Most textbooks with titles "Mathematical methods for engineers" (or for technicians, or for other users of mathematics at the elementary level) contain a mixture of topics which depend on the applications the author has in mind and on the mathematical background of the author. The unusual feature of this volume is the unified content: linear algebra, graph theory and network theory, with heavy reliance on linear algebra methods throughout.The third volume published in 1980, although still presenting methods for engineers, is more involved with one of Fenyő's main research topics, namely integral equations. The contents are described in a review:-
The first section, comprising over half the book, deals with the theory of linear operators. The matters discussed are metric and normed spaces with particular reference to Hilbert spaces, Hahn-Banach theory, operators (including inverse, dual and compact operators) and eigenvalues and eigenvectors. The second section, which is over a quarter of the book, discusses linear integral equations. Amongst the topics covered are Volterra integral equations and their relation with ordinary differential equations, Fredholm equations, self-conjugate and non-self-conjugate integral operators, and the associated eigenvalue theory. The third section is on applications of integral equations. This covers topics such as the Green function technique for a one-dimensional Sturm-Liouville problem, and Dirichlet and Carl Neumann problems for the two- and three-dimensional Laplacian operator.Other books by Fenyő on integral equations are Integral equations - a book of problems (Hungarian) (1957), and the four volume work (written with H-W Stolle) Theorie und Praxis der linearen Integralgleichungen (1982, 1983, 1983, 1984). A E Heins, reviewing the final three volumes, writes:-
These three volumes complete the encyclopaedic work (roughly 1700 pages) by Fenyő and Stolle on the theory and application of linear integral equations. Their thesis is that the classical theory of linear integral equations produced many ideas for the later development of the theory of linear operators, and in turn functional analysis has helped the further development of integral equations.In  Paganoni describes Fenyő's personality:-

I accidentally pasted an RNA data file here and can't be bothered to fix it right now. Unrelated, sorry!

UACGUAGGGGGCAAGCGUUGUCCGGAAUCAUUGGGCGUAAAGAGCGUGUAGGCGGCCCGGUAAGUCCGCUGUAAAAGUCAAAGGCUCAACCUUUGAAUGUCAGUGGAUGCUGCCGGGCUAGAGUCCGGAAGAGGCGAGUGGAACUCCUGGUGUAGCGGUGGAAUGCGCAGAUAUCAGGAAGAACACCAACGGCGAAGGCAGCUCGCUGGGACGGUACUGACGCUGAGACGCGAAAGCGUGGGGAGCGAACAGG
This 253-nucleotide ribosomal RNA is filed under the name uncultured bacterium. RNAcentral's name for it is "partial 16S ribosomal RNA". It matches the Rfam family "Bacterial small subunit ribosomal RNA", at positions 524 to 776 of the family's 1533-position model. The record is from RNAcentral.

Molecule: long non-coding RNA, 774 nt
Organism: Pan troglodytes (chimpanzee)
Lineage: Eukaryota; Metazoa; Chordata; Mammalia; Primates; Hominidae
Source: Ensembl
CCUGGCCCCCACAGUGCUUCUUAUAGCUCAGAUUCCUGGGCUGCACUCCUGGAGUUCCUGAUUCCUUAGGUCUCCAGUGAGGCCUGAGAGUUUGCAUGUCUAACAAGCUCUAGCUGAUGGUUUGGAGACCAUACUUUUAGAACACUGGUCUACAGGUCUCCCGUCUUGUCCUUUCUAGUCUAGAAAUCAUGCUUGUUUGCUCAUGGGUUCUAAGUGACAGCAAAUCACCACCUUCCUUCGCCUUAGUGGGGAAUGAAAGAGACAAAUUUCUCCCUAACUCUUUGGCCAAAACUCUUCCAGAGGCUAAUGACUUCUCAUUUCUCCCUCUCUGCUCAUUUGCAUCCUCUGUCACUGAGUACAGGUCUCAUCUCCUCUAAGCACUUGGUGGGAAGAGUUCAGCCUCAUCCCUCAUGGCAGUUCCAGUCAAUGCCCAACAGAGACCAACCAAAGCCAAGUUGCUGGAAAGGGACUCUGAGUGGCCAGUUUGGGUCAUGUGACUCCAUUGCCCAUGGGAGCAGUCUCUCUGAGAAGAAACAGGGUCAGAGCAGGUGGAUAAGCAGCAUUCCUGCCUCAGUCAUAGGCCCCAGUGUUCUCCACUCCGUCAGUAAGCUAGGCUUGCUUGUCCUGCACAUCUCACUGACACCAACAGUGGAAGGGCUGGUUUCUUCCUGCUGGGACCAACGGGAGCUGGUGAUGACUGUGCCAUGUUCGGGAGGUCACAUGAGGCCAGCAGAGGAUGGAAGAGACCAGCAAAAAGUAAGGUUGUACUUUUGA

An extremely cordial man, full of drive and initiative, he was a source of constant inspiration to those who had the good fortune of knowing him. He spoke several languages fluently and therefore was able to communicate directly, sharing the richness of his mind, with people of varied linguistic background. A brilliant conversationalist, with his lively anecdotal style he was able to captivate all who had the pleasure of talking to him.He also described the range of Fenyő's interests:-
... he was an extraordinarily eclectic spirit, as witnessed by the interest which, in his later years, he expressed in the mathematical aspects of Leonardo da Vinci's manuscripts. Such investigative curiosity is also clearly reflected in his mathematical studies. The soundness of his basic culture, coupled with his innate curiosity, led István Fenyő to seek the solution of problems in various areas of mathematics. Therefore it is not surprising to find, in addition to his scientific works in Mathematical Analysis, also works on the History of Mathematics, on the Philosophy of Science, and countless others on the applications of mathematics to Medicine, Engineering and Computer Science.
Article by: J J O'Connor and E F Robertson